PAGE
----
Study and Design of Differential Microphone Arrays [electronic resource] / by Jacob Benesty, Jingdong Chen.Material type: TextLanguage: English Series: Springer Topics in Signal Processing: 6Publisher: Berlin, Heidelberg : Springer Berlin Heidelberg : Imprint: Springer, 2013Description: VIII, 182 p. 110 illus., 13 illus. in color. online resourceContent type: text Media type: computer Carrier type: online resourceISBN: 9783642337536Subject(s): Engineering | Acoustics | Acoustics in engineering | Engineering | Signal, Image and Speech Processing | Acoustics | Engineering AcousticsAdditional physical formats: Printed edition:: No titleDDC classification: 621.382 LOC classification: TK5102.9TA1637-1638TK7882.S65Online resources: Click here to access online
Introduction -- Problem Formulation -- Study and Design of First-Order Differential Arrays -- Study and Design of Second-Order Differential Arrays -- Study and Design of Third-Order Differential Arrays with Three Distinct Nulls -- Minimum-Norm Solution for Robust Differential Arrays -- Study and Design of Differential Arrays with the MacLaurin’s Series Approximation.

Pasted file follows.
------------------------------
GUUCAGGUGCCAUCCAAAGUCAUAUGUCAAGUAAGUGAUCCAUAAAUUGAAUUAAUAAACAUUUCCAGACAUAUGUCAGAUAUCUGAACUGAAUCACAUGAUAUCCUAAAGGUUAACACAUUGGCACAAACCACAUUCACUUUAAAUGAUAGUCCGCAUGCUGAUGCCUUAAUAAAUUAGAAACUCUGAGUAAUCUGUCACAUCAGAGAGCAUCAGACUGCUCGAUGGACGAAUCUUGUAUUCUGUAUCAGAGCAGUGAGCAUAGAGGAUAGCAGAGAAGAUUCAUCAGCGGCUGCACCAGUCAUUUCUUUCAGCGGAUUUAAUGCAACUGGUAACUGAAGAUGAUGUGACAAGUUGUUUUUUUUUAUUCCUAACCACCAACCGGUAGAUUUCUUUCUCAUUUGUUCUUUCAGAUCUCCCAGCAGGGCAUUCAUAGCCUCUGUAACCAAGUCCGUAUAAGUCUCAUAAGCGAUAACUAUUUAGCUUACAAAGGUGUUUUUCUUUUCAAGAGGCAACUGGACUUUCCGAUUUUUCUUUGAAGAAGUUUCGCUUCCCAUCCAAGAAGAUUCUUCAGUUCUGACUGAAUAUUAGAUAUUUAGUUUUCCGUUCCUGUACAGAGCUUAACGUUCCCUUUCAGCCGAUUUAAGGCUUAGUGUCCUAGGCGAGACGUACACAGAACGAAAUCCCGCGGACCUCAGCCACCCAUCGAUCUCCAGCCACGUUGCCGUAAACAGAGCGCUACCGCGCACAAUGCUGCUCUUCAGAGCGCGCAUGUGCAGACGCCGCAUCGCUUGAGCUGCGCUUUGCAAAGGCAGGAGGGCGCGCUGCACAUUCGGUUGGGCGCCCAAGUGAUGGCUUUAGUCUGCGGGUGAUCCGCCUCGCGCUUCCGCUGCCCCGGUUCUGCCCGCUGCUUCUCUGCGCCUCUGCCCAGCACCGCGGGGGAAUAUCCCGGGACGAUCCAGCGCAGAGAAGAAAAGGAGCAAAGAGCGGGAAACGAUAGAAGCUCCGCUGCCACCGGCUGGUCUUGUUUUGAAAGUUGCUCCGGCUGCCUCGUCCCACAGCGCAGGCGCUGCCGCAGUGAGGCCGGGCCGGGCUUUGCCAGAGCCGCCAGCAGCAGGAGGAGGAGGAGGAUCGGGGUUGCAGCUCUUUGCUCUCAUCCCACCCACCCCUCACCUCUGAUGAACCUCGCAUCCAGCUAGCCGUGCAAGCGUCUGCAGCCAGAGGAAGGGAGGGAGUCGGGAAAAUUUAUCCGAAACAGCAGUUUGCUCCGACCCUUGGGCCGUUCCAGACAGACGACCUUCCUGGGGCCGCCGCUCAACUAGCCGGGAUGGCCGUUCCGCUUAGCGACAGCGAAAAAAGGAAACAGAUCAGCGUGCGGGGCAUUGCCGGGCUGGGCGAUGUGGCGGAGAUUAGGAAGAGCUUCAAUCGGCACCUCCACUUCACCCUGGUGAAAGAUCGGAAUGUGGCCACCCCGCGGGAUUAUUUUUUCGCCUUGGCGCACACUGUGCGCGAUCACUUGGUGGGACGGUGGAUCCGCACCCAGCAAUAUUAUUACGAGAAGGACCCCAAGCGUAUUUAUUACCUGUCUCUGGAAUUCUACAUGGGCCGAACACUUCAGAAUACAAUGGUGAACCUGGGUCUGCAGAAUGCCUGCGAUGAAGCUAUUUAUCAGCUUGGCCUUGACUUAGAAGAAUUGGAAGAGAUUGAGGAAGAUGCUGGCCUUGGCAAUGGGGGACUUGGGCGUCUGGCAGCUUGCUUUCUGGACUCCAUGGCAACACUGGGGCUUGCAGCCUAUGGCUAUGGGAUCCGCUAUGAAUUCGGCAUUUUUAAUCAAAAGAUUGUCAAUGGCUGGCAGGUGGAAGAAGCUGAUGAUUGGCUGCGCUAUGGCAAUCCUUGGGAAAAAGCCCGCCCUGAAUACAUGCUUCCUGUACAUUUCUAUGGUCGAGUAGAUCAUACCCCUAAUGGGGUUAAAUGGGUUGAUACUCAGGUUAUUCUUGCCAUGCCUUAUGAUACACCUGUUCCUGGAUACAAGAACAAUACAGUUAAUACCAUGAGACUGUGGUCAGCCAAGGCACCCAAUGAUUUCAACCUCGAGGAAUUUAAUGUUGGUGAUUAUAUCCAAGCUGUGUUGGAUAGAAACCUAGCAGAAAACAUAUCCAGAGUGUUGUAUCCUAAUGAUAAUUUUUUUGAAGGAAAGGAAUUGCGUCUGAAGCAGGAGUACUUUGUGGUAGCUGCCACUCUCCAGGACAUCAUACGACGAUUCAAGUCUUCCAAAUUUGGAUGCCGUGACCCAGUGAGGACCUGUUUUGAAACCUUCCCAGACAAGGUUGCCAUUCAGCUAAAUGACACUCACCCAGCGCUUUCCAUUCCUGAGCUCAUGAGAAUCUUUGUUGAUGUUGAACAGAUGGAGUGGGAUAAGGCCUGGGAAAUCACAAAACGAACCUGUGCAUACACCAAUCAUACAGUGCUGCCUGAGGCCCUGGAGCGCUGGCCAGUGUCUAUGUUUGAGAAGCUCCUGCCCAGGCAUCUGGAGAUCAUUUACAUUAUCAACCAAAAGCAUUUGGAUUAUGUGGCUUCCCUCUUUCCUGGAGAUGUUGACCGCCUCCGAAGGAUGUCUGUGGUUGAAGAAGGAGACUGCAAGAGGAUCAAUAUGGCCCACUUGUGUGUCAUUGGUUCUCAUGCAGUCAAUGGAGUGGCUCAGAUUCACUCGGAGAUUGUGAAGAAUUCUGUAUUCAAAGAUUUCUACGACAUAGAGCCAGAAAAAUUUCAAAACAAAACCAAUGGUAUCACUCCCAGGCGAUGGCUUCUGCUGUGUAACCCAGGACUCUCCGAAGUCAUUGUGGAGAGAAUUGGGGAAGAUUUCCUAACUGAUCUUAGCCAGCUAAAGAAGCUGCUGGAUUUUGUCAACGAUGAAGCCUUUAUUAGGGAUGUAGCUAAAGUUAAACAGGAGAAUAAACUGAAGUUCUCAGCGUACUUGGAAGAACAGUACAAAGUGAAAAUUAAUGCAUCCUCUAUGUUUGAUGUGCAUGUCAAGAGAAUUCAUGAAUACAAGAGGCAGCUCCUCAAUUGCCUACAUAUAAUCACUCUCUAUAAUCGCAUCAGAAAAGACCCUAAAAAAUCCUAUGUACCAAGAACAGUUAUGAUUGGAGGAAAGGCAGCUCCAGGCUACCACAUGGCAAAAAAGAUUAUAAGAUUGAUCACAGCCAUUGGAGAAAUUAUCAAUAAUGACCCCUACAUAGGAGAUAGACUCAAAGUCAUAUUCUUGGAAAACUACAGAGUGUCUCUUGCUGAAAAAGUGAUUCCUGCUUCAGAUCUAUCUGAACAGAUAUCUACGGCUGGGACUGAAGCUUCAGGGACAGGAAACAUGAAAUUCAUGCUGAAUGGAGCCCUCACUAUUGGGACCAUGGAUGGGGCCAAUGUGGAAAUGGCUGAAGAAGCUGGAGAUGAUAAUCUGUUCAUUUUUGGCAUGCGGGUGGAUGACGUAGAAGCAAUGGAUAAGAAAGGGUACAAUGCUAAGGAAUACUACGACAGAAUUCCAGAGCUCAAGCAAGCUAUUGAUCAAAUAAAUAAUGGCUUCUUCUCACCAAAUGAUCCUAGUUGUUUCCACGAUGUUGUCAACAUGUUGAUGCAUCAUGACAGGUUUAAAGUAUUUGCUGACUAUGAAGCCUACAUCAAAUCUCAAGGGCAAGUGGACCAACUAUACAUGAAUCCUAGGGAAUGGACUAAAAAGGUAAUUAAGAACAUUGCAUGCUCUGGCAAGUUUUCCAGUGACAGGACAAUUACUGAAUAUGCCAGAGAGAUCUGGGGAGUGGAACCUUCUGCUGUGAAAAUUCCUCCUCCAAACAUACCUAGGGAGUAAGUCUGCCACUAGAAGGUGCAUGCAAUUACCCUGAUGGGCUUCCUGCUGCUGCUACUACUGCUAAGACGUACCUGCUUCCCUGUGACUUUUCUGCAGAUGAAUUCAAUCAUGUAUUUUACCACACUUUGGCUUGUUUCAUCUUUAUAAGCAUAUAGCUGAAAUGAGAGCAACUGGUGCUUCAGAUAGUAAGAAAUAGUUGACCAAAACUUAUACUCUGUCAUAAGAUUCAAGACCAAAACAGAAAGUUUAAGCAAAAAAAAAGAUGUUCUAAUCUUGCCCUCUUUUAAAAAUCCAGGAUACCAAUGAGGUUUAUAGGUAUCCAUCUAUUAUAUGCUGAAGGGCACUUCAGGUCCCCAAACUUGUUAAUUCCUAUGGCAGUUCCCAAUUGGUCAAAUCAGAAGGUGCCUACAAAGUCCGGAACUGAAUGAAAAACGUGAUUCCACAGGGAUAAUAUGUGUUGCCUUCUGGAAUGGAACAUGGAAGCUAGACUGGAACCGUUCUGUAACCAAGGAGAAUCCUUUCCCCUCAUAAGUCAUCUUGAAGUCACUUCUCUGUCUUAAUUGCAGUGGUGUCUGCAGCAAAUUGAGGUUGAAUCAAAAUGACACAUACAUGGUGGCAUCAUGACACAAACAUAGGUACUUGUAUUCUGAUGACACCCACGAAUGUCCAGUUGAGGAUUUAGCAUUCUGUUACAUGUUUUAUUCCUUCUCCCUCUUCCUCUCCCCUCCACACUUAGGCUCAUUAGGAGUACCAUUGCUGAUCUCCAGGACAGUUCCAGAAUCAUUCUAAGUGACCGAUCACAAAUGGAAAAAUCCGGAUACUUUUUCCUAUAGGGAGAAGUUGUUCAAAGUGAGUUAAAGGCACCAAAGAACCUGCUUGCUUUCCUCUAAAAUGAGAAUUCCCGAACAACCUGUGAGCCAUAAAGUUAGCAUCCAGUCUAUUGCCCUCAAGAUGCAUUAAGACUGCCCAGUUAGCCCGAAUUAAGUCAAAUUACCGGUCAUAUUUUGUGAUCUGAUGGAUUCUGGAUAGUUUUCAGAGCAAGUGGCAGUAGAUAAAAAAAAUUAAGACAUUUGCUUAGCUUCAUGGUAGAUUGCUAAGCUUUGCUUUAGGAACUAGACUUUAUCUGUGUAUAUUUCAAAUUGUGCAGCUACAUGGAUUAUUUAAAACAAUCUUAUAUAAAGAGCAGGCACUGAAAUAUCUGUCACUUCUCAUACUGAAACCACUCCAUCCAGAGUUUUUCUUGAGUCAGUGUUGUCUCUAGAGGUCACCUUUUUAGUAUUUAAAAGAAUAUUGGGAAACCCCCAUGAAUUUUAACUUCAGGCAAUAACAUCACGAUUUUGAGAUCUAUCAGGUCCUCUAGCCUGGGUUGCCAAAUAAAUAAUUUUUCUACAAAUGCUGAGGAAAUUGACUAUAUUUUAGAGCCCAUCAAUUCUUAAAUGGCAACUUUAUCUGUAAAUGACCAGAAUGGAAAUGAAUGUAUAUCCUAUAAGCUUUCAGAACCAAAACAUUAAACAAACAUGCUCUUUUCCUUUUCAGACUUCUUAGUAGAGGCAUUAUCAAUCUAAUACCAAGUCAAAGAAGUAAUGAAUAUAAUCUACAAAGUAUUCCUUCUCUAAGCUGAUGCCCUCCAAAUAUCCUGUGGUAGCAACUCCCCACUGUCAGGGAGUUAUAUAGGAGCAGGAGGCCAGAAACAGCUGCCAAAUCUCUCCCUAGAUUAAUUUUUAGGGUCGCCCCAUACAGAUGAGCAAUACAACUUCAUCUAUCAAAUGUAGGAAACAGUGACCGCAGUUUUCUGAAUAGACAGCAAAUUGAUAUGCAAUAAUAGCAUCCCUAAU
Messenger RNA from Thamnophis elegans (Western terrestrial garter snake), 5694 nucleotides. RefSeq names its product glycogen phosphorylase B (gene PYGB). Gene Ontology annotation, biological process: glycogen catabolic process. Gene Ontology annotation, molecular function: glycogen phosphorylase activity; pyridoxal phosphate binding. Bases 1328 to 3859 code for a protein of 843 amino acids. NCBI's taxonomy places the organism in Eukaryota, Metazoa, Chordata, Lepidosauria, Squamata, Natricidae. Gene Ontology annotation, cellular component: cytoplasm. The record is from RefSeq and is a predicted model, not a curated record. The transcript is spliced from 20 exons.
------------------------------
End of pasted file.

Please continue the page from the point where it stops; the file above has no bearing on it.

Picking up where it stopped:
Microphone arrays have attracted a lot of interest over the last few decades since they have the potential to solve many important problems such as noise reduction/speech enhancement, source separation, dereverberation, spatial sound recording, and source localization/tracking, to name a few. However, the design and implementation of microphone arrays with beamforming algorithms is not a trivial task when it comes to processing broadband signals such as speech. Indeed, in most sensor arrangements, the beamformer tends to have a frequency-dependent response. One exception, perhaps, is the family of differential microphone arrays (DMAs) that have the promise to form frequency-independent responses. Moreover, they have the potential to attain high directional gains with small and compact apertures. As a result, this type of microphone arrays has drawn much research and development attention recently. This book is intended to provide a systematic study of DMAs from a signal processing perspective. The primary objective is to develop a rigorous but yet simple theory for the design, implementation, and performance analysis of DMAs.